‘Sometimes you have to break certain traditions and laws’: a pioneer in intercultural ministry

Janet Lees


Janet Lees is a minister of the United Reformed Church. She served at St James Sheffield from 1998-2004, where she first heard about the ministry of Madge Saunders. Janet led the group that visited her in Jamaica in 2002 and wrote about her life in 2004 in the book ‘Daughters of Dissent’.


Madge SaundersTo be the first woman doing anything is often dangerous enough. Marjorie Prentice Saunders (1913-2009), forgotten woman, Jamaican pioneer, had many firsts, and to my mind this makes her dangerous enough for inclusion in the Dangerous Women Project.

‘You will find the vast majority of people in this country are friendly and willing to assist you’ are amongst the opening lines of the booklet ‘Living in Britain’, published by the British Council of Churches to help those arriving in Britain in the 1960s and 70s to find themselves at home. The manuscript was by Marjorie Saunders, or Madge as she was known. In the language of its day the booklet tells you about employment, housing, health and children’s services. There’s the ‘man who comes and empties the meter of all the coins you have put in’, the male Landlord and Rent Officer and of course the male doctor, although I’ve no way of knowing whether all of these men were directly from Madge’s hand. Certainly her concern for children is there: ‘Vitamin D is especially important for babies and young children’ and furthermore ‘Potatoes are better for your health than polished rice. Oatmeal and rolled oats are good for you’, and also the address of the Vegetarian Society. There’s also advice about how to encourage play and learning in young children. This is no surprise: Madge was one of the founders of the Basic School movement in Jamaica. Although Madge is thanked for her manuscript the whole is credited to Douglas Tilbe, who as then Director of the Community and Race Relations Unit of the BCC. It was later reissued when Asian migrants from Uganda came to Britain.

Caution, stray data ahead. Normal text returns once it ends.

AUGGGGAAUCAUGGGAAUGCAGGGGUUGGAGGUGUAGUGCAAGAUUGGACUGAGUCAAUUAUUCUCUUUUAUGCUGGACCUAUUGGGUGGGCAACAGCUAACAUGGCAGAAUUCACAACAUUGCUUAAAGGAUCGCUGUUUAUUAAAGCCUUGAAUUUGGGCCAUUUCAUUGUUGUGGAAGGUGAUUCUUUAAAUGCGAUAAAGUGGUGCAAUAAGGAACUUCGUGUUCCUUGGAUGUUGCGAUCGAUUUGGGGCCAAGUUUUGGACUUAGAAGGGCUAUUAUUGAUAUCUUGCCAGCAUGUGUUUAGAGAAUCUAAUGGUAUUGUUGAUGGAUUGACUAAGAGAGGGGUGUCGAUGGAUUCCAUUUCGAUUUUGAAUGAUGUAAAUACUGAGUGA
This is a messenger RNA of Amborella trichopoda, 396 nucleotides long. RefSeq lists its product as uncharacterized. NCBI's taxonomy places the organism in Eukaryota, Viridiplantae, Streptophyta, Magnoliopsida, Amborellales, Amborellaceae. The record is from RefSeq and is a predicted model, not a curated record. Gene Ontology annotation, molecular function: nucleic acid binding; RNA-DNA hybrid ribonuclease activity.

Although the booklet affirms that a warm welcome awaits in Britain, Madge’s own experiences were varied. She first came to Britain when she studied Mission at Edinburgh’s St Colm’s House, the first Jamaican woman to be trained there (arriving in 1946 for three years). Then a training house for women missionaries, her signature survives in the Birthday Book. It was a community of women from many nations and Madge mostly found this affirming, although she did encounter racism there. She returned to Jamaica and her work in education, both in Basic Schools and in High Schools and the church.

It wasn’t until 1965 that she returned to Britain. There had been much to do in Jamaica, particularly in basic educational provision and in expanding work with girls’ and young women through the Girl’s Guildry. This organisation had begun in Scotland (and later amalgamated with the Girl’s Brigade) and was for the formation of young Christian women. ‘Struggling’ when Madge took on the organisation she developed it into an international Caribbean organisation and was always proud of the women who came though to leadership roles in Jamaica and other Caribbean islands.